18. 18. Financing, cont’d. Market requires bankable Power Purchase Agreement (PPA) * Balanced liability Protections for risks not within their control A stabilization clause for changes of law Fair termination events for buyer and seller Appropriate termination compensation Attract private sector off-takers / quality creditors for power projects Integrated mining / power projects New mining investment is key to our economies over next 20 years Using Diesel Generators cost GDP and jobs Government support (PPP) may be required Stand behind buyer Provide comfort to private sector (developers, equity participants, lenders)* Source: “Financing Power Projects in Africa”, Jeannot Boussougouth, Standard Bank, 1 July 2011, UNECA 2011, Addis Ababa 18
  19. 19. Project EconomicsRisk Mitigation Portfolio of power off-takers, mixture of private and public Portfolio of investors of different countries to balance risk Revolving letter of credit (LC) to ensure payment Creditworthiness and long-term viability of energy off-taker Develop “Plan B” for selling power; evaluate risk of one or more off-takers defaulting Penalties for non-payment 19
  20. 20. Government Support, Environmental &Regulatory Policy Political risk Government policy toward energy generation Environmental policy and regulations differ by country Energy projects require many permits and studies: Environment impact statement / assessment Water usage Air emissions Land acquisition Construction permit Import licenses and duties Potential re-location of existing villages Work visas for both construction and ongoing operating staff 20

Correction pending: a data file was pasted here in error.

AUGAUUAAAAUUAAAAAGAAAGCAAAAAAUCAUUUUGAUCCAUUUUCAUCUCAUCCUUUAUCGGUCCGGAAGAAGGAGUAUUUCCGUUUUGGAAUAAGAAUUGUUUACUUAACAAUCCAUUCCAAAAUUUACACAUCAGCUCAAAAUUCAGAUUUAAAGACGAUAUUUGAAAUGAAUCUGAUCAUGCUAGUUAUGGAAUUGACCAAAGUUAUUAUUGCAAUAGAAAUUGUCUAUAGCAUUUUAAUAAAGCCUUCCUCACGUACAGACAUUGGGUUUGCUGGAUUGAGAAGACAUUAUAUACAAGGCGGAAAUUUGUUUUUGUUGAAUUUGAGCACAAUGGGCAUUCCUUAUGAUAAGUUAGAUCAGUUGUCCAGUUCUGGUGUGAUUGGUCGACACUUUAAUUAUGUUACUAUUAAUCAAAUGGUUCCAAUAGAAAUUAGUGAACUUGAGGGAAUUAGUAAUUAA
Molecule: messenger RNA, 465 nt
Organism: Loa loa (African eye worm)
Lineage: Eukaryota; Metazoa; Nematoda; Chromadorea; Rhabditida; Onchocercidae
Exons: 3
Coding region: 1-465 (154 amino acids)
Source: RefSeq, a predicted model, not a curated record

21. 21. Non-Transmission Infrastructure Highway and railway system for transportation of key equipment to generation site Pipelines, compression stations for natural gas delivery Logistics of fuel supply, handling, decanting, storage Fuel and freight import facilities: new terminal, port, jetties Communications systems Source: Globeleq. Tanzanian 180 MW gas to electricity project 21
  22. 22. Non-Transmission Infrastructure Positive correlation between infrastructure expenditure and GDP growth for increased productivity, reduced logistics costs Inadequate infrastructure cited as a key constraint to investment and growth Sub-Sahara Africa requires US$ 93 billion/year in infrastructure investment Cost of trucking increases in Africa by between 684% - 1,560% due to poor road conditions from lack of adequate roads and bridges (Council for Scientific & Industrial Research (CSIR)* Economic Research (Aschauer, 1989; Munnell, 1990) 22
  23. 23. Labor Adequate skilled labor for: Generation construction Operation and maintenance Ex-pat vs. local labor supply cost evaluation In-country productivity Training programs to develop the skill sets required for both infrastructure improvements and new generation facilities Source: Africa Energy Yearbook 2011 23
  24. 24. Opportunities - Summary Better policy frameworks to attract investment and align economic returns with investor risks and returns Encourage independent power producers (IPP) and public private partnerships (PPP) to facilitate development deals Seek private sector power off-takers to secure financing Improve transmission grid and its reliability to: Access power generation fuels (wind, natural gas, hydro) and connect to load centers Reduce reliance on high price emergency diesel generators Limit load shedding which inhibits economic growth Decrease highway logistics issues with truck transport of diesel Harvest abundant energy sources with larger scale projects Limit importation of liquid petroleum fuels due to high price for power generation, high life cycle costs, and future price inflation 24
  25. 25. Contact Information Ron Miller, P.E. Energy Solutions Manager – Africa Region Newmont Mining Corporation 303-837-5236 25